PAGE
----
This is 1989 novel by Fay Weldon, the British novelist most famous for The Lives and Loves of a She-Devil, a novel I read for a class in grad school (great class about body issues in literature) and a movie I saw weirdly as a kid a number of times starring Roseanne Barr and Ed Begley Jr and Meryl Streep.
But this book is about a woman who is on the cusp of leaving her loveless marriage and is following a jazz trumpetist into the wilds of French nightclubs in the mid-1980s. Her following him is both about him and not about him as she tries to work through the events and choices that have led her here.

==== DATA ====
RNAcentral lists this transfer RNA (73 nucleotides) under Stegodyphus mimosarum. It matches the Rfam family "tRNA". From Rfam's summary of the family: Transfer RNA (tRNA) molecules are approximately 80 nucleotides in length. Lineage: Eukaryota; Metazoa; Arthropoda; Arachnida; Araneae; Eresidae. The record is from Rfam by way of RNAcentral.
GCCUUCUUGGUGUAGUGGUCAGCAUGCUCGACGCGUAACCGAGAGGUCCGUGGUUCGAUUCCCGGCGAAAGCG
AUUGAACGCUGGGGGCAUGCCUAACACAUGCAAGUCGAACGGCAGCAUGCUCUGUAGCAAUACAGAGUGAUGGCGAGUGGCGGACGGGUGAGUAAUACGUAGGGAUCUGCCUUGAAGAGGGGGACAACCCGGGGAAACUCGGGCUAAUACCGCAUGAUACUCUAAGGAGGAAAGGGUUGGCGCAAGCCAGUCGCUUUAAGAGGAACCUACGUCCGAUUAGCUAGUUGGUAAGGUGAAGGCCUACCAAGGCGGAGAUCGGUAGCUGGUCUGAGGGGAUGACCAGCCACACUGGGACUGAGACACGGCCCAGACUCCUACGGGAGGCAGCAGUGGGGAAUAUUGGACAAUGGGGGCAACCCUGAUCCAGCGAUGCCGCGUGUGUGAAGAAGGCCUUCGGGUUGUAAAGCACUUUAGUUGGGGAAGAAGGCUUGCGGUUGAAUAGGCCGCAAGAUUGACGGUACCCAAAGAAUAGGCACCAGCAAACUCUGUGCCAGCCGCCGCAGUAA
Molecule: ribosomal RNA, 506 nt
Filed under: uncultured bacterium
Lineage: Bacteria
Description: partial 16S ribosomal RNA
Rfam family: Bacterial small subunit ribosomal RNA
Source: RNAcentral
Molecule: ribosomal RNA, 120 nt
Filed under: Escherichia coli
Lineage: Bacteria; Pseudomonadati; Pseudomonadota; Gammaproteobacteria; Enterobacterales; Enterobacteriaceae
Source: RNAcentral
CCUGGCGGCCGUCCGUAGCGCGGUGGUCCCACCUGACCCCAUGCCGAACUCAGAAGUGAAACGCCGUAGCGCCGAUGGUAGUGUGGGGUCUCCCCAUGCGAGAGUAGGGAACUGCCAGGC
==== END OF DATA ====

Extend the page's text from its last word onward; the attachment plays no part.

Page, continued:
This book is has an odd combination of an extremely rich narrative voice that is wildly intelligent and emotionally insightful, and also quite nasty. And not really the kind of righteous or ironic kind of nasty. It’s kind of just unpleasant. But at the same time, I agree with so much of what insight she provides. It’s the late 80s and so her attitudes on homosexuality and AIDS are a little too flippant and/or cavalier and that’s an issue, but also as a character study, it is fascinating.
So the consequence of this novel is that while I liked She-Devil a lot because of its clear biting satire, I don’t like this one as much because I am less clear on its tone, so much as the mood invoked by the tone.